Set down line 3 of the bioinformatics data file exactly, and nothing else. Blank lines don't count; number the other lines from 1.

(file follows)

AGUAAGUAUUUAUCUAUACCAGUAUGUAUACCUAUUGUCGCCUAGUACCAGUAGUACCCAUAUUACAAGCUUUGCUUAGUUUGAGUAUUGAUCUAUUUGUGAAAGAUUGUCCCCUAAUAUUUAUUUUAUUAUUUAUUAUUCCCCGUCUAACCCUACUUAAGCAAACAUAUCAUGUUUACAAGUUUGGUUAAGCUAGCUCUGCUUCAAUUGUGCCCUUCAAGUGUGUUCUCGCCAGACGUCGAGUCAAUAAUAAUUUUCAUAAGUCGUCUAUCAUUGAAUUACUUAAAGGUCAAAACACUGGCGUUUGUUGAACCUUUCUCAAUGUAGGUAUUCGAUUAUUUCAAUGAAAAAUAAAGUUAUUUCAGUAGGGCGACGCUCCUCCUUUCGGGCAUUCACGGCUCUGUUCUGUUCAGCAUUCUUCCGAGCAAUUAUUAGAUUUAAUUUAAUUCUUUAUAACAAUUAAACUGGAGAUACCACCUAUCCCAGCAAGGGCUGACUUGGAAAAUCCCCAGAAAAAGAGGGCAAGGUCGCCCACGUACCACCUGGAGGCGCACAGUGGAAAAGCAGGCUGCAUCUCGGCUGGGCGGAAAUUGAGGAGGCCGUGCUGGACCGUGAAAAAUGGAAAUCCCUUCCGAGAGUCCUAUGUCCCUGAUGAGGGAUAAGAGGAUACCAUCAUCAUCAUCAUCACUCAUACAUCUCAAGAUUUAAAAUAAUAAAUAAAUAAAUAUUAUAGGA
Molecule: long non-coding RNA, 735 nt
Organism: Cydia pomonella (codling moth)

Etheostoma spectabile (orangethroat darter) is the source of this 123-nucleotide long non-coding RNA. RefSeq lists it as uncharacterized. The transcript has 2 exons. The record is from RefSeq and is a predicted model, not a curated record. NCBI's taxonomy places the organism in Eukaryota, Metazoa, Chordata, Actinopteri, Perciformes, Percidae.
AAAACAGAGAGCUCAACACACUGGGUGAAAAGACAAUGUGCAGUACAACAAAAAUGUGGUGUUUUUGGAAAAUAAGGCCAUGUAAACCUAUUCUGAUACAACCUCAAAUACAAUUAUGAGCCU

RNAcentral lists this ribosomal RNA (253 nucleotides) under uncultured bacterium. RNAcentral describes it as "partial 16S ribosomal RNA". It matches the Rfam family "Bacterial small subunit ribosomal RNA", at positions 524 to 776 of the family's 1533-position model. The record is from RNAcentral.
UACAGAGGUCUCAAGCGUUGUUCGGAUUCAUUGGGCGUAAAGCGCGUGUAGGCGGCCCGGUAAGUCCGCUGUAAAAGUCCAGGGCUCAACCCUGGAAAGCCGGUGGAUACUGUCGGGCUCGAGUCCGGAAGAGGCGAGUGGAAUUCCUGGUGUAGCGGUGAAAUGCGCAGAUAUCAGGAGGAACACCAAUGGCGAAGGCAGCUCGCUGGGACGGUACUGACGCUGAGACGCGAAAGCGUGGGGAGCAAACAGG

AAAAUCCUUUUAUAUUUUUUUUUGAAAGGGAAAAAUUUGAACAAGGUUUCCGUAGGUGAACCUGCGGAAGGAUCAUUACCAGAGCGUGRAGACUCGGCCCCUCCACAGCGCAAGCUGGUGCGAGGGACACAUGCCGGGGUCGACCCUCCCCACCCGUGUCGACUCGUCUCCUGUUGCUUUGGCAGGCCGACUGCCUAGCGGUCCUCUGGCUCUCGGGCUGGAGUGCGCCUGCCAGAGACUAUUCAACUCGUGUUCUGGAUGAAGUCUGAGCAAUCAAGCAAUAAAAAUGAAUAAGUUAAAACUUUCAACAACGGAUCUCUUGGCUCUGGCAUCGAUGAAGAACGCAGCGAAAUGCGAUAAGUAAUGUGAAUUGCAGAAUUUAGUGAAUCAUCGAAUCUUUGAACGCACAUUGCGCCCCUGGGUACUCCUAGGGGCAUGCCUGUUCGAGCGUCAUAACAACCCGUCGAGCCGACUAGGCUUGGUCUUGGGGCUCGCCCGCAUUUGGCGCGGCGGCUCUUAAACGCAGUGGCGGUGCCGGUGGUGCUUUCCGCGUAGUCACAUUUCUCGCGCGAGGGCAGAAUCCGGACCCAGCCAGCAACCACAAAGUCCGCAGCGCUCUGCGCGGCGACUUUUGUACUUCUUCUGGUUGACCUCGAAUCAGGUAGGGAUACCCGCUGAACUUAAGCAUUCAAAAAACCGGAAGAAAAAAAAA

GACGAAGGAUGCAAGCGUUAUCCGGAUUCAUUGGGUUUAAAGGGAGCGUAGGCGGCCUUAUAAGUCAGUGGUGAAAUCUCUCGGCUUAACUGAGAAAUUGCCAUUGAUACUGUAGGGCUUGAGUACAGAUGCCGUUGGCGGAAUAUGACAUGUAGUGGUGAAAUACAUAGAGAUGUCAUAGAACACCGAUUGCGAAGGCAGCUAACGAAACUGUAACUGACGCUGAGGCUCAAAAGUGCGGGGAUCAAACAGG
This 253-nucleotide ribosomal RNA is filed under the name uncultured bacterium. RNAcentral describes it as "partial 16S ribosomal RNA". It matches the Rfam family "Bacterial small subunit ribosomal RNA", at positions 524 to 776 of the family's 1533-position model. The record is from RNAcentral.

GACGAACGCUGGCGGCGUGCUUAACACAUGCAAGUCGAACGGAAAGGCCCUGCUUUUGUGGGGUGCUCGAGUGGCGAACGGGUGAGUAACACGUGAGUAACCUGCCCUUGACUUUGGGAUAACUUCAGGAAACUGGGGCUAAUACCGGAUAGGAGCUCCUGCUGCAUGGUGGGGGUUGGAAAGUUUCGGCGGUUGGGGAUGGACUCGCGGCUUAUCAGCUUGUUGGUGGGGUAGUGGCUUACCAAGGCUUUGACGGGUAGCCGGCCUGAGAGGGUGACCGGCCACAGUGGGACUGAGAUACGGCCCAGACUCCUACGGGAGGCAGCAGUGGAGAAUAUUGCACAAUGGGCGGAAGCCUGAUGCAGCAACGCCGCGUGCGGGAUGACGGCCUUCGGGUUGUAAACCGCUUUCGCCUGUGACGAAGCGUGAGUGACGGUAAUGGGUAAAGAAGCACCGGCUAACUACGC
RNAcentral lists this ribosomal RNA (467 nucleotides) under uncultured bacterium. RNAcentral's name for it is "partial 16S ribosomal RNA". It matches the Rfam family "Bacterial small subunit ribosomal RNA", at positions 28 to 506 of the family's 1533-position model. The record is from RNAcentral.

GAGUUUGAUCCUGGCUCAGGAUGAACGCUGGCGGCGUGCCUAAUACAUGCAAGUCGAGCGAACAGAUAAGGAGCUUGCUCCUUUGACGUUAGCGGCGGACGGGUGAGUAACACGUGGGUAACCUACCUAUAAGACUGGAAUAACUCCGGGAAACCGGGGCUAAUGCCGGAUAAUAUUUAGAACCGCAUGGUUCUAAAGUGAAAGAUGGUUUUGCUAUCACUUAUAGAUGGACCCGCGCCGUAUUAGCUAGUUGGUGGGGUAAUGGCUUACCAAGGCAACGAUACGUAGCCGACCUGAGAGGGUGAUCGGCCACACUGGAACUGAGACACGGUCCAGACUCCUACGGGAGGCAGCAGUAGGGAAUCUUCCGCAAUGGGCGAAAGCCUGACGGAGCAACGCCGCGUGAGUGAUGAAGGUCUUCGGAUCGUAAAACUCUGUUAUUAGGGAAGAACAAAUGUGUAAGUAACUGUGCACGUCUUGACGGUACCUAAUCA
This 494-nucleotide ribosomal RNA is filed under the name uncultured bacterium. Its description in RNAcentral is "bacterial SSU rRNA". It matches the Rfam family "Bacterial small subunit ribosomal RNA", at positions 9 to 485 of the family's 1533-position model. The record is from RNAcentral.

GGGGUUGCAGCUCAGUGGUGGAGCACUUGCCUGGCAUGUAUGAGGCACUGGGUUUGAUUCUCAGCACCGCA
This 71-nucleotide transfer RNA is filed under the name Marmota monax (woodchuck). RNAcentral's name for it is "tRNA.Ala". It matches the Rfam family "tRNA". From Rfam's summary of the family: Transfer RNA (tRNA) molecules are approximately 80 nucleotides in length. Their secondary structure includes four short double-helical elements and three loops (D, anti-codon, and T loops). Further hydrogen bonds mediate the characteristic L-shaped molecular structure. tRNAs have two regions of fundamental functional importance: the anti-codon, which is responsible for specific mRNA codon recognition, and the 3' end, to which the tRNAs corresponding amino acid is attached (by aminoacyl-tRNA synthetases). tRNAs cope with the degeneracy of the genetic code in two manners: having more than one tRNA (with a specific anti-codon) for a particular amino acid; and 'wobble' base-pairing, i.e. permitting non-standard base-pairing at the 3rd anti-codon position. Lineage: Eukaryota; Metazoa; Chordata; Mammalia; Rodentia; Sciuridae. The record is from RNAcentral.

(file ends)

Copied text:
Organism: Cydia pomonella (codling moth)